"Both Sides, Now" is a plaintive song in a major key (F♯). Mitchell used a guitar tuning of E–B–E–G♯–B–E with a capo at the second fret. Although the texture is carefully crafted, it is harmonically one of Mitchell's more straightforward songs, using a modified I–IV–V chord progression consisting of F♯ (sometimes F♯maj7 or with an E♯ bass), B9 (/D♯ or /F♯), and C♯7(sus). The end of each verse adds a momentary blues feeling. The despondent feeling is created in part by an F♯ pedal point and an E♯ that often does not resolve upward but rather, in the bass, moves down to C♯ and F♯. Only in odd-numbered phrases of the verse does the E♯ resolve upward in the vocal. At times the vocal climb corresponds happily with the lyrical content ("the dizzy dancing way you feel"), but at others the rise contrasts with the lyrical mood ("they rain and snow on everyone"). In either case, the vocal returns to its predominantly downward pattern, most dramatically when the A♯ peak is soon followed by a fall of a seventh in, for example, "and if you care, don't let them know" and "feather canyons everywhere".[5]

Cover versions[edit]

Mitchell's song has been recorded by many other artists over the decades. For his version, folk legend Pete Seeger added a custom fourth verse with her permission. Fairport Convention recorded the song as a demo in 1967. The band's recording did not become available until 2000, however, when it appeared on The Guv'nor Vol 4 by Ashley Hutchings. (A live recording featuring Judy Dyble from 1981 is included on Fairport's Moat on the Ledge album.)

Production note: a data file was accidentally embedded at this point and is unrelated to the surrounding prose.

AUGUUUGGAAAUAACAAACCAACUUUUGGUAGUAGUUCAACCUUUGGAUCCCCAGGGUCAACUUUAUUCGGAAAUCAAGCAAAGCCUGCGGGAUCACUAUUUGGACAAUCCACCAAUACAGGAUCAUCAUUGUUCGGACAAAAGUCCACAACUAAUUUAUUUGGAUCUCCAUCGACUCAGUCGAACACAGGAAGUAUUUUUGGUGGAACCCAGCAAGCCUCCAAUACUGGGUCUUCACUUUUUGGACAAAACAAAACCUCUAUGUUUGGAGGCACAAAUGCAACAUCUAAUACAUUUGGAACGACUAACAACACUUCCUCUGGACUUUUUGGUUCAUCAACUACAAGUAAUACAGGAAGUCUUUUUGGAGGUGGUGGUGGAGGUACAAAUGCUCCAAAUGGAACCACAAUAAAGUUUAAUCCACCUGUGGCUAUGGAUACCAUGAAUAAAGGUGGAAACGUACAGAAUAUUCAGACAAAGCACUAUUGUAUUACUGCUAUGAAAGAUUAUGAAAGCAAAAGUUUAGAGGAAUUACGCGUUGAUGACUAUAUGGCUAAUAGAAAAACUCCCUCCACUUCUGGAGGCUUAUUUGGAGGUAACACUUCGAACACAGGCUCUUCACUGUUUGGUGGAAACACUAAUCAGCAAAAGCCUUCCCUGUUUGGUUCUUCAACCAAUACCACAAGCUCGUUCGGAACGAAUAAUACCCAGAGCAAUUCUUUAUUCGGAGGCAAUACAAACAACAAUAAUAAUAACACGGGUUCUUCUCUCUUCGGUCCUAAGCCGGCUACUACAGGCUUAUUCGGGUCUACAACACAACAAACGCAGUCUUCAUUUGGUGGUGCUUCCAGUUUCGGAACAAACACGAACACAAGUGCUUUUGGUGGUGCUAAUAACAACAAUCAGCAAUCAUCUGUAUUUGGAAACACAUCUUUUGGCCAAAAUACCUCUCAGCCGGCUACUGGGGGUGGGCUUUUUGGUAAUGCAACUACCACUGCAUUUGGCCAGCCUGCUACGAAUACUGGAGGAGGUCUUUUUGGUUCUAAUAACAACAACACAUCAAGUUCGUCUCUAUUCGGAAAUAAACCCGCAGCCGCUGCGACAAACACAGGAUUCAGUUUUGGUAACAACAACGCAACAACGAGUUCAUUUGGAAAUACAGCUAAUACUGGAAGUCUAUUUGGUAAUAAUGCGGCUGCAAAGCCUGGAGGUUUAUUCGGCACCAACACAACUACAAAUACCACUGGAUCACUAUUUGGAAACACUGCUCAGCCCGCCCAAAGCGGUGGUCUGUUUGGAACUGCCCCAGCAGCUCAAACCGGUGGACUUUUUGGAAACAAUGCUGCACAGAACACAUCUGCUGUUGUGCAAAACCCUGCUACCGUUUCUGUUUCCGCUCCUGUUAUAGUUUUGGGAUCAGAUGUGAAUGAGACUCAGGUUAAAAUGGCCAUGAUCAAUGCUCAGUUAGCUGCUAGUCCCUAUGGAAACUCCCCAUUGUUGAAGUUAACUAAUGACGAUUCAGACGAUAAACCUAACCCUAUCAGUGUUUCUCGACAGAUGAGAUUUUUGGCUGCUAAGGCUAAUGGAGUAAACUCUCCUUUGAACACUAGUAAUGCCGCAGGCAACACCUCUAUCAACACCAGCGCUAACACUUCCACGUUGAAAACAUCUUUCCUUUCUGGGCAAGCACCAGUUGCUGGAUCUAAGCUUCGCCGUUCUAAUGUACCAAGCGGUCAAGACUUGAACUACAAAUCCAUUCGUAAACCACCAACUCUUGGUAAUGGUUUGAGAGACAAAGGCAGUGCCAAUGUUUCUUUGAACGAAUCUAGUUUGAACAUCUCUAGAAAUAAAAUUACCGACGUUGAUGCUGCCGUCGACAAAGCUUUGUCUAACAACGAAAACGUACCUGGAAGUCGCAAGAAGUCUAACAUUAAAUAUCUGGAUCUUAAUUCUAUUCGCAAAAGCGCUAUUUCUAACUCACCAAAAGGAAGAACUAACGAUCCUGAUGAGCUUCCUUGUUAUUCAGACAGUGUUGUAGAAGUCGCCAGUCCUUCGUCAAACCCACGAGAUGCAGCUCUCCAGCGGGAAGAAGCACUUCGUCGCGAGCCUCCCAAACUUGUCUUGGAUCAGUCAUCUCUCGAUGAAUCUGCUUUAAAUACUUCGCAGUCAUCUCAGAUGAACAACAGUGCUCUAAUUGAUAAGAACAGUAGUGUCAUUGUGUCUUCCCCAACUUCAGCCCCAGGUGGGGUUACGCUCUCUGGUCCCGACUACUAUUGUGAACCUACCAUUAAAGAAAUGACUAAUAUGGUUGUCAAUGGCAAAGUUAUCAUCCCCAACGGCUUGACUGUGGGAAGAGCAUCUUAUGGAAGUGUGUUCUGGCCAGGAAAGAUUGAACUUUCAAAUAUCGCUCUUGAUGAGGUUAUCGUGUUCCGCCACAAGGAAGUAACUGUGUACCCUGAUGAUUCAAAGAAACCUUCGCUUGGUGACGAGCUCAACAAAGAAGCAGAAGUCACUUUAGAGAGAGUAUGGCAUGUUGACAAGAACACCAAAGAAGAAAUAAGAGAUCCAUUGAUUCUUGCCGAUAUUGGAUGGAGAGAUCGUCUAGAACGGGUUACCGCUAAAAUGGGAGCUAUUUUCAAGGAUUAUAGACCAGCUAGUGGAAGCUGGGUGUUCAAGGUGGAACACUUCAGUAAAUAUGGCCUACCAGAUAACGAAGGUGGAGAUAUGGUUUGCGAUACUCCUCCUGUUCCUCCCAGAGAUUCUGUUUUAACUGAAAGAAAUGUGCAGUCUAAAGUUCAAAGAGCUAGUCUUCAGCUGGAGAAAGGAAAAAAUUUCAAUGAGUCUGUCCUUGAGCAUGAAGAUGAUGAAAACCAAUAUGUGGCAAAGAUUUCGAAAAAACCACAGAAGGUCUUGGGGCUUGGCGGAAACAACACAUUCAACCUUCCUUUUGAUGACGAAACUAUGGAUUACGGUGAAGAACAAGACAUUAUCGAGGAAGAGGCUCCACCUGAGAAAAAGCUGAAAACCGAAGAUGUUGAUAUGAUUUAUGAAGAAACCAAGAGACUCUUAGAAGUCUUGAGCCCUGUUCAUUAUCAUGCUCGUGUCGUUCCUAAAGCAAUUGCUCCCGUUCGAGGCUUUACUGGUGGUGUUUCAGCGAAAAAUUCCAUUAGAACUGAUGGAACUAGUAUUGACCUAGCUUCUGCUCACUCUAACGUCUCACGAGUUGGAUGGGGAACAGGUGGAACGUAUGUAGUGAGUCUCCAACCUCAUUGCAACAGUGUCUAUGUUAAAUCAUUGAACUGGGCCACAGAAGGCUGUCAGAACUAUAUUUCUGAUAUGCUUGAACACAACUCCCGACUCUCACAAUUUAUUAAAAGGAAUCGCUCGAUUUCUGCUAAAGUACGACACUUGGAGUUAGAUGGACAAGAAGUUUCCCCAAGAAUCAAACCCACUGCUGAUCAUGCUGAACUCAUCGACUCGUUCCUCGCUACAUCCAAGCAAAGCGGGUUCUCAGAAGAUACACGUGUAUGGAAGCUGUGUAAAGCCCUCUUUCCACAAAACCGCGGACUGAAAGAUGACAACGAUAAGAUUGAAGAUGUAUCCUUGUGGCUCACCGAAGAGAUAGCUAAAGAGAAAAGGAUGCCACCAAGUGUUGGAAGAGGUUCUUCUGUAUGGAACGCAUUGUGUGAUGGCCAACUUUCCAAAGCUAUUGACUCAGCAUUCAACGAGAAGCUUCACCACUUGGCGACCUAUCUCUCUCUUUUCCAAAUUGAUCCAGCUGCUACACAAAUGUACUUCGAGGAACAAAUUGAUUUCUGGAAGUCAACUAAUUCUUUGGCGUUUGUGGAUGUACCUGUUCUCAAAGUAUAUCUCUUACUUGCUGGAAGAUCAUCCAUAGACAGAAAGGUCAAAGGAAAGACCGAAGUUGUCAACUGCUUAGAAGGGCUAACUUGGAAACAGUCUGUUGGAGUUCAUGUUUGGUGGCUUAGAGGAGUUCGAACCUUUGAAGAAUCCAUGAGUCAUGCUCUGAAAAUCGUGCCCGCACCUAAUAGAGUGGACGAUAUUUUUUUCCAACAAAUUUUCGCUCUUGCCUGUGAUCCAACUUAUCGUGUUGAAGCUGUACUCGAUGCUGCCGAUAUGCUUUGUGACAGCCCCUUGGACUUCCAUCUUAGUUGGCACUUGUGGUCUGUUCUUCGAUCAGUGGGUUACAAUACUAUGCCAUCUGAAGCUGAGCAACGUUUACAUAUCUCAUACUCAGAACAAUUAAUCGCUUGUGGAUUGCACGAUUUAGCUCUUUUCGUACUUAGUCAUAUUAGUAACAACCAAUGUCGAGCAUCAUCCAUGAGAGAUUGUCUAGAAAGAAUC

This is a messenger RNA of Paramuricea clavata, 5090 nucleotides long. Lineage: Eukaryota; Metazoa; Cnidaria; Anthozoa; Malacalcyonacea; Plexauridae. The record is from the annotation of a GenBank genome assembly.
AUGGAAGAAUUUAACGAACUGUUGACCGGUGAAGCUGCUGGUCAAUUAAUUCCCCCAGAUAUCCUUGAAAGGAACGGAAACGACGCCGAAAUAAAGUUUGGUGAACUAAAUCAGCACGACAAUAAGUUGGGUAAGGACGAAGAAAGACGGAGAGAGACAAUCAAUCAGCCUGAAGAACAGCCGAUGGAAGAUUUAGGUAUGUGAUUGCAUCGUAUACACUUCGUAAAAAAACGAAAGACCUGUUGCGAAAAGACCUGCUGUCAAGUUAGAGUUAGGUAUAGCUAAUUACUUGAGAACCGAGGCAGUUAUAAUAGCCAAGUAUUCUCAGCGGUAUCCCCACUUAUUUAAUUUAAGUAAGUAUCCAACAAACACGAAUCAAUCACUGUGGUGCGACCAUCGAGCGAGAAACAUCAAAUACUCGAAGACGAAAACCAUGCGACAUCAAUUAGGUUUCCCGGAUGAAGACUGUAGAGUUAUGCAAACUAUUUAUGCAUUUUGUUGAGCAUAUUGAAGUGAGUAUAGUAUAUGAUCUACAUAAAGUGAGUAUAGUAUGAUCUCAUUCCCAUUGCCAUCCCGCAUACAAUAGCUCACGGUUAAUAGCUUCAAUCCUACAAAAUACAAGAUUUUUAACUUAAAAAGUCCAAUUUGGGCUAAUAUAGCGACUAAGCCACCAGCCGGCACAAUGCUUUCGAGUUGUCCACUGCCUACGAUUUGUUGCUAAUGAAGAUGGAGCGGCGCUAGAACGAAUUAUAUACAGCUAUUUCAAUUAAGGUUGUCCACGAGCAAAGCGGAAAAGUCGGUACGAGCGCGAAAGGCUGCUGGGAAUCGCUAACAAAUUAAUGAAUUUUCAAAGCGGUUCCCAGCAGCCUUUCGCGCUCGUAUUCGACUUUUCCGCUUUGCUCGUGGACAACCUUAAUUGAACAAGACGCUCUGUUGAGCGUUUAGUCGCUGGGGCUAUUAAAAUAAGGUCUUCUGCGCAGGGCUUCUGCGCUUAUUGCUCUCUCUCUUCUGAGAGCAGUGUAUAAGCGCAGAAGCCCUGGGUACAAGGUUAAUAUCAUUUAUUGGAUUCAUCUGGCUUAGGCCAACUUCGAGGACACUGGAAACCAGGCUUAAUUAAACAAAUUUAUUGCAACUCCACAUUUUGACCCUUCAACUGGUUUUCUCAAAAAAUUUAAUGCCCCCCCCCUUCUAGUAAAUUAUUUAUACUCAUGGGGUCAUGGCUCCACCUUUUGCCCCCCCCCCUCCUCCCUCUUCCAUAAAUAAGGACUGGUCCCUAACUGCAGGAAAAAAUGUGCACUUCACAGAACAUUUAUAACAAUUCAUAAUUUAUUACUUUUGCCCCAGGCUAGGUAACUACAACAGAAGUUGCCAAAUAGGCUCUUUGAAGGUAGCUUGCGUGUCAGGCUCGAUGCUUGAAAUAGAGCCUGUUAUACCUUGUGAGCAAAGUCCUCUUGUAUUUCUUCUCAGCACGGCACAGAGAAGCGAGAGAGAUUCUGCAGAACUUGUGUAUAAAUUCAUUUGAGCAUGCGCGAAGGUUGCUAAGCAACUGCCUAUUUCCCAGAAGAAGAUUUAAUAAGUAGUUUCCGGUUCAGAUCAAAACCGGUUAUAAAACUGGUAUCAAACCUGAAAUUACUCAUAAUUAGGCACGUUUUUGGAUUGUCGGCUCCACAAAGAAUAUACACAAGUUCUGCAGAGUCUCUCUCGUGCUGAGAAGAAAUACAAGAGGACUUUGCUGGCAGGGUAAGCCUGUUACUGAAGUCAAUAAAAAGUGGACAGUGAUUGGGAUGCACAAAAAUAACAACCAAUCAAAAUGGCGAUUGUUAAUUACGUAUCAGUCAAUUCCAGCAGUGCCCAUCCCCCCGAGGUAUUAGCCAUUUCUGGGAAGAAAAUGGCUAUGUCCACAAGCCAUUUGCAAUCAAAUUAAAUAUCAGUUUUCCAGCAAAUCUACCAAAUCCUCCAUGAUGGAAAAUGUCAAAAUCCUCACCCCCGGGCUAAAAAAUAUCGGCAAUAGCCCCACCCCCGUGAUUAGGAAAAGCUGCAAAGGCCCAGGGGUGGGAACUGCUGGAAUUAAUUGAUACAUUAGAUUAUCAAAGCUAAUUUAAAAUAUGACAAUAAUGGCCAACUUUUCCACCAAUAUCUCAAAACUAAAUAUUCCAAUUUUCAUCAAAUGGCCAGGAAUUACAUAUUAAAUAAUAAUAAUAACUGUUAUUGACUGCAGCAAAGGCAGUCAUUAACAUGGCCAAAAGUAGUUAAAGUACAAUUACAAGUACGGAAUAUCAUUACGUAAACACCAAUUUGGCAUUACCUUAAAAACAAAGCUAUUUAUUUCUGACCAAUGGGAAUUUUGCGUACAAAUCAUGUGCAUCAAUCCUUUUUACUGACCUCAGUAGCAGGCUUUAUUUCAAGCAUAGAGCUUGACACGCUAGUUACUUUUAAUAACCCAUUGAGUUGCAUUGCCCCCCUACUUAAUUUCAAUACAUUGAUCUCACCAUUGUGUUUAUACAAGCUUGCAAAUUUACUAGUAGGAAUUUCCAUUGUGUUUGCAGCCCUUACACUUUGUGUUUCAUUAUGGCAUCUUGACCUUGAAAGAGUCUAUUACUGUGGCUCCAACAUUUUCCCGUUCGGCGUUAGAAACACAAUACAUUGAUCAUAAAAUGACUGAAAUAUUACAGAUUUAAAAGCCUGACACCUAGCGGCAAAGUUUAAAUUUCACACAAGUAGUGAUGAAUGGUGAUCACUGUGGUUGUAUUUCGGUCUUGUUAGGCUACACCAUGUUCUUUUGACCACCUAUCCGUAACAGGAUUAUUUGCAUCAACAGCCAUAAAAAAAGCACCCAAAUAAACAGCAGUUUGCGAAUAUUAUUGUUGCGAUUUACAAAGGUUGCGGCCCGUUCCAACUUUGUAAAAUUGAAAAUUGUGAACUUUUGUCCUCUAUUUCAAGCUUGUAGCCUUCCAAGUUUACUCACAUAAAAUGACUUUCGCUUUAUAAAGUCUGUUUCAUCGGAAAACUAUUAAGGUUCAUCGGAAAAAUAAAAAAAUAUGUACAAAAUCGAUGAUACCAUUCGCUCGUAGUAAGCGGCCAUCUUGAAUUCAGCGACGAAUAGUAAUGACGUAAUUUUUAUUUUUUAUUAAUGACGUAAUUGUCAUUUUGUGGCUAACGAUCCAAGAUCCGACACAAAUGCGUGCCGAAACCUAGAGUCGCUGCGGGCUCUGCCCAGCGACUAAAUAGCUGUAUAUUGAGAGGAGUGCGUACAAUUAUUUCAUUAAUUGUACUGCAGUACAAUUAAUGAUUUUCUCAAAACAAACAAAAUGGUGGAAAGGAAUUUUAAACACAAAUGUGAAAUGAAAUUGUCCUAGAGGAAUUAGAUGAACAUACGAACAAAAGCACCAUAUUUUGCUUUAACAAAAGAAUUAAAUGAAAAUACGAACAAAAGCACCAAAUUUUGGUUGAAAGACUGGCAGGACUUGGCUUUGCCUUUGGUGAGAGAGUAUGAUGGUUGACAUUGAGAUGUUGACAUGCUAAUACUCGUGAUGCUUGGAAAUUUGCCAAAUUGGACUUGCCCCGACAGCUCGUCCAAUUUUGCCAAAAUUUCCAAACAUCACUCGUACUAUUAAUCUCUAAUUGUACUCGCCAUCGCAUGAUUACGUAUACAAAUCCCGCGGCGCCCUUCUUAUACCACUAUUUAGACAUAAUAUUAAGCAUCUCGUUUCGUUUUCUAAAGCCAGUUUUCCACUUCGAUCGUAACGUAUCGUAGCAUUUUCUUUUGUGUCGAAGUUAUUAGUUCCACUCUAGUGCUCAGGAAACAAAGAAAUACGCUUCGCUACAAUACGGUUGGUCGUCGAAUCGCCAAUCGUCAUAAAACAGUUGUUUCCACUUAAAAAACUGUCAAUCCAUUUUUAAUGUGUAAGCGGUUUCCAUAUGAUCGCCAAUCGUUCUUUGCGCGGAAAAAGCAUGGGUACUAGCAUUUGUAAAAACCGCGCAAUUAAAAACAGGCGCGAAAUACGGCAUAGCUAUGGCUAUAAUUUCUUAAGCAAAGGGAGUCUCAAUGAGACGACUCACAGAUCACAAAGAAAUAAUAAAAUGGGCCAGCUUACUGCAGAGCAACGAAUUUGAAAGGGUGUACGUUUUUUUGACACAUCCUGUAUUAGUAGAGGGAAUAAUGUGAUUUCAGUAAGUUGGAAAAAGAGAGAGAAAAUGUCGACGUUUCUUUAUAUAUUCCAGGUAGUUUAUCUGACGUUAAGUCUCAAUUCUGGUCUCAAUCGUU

• Paradox (夢劇院), a Hong Kong girl group, recorded the song for their 1988 album Paradox, which also included a Cantonese version of the song under the title "Color Theory of Relativity".


  • Michael Feinstein recorded the song for his 1990 compilation Rubáiyát, which celebrated the 40th anniversary of Elektra Records.
  • Clannad released a version as a duet with British singer Paul Young for the 1991 motion picture Switch. It was the only chart appearance for Clannad in the Canadian RPM 100 Singles Chart.
  • Hole recorded the song under the title "Clouds" for their 1991 debut album Pretty on the Inside.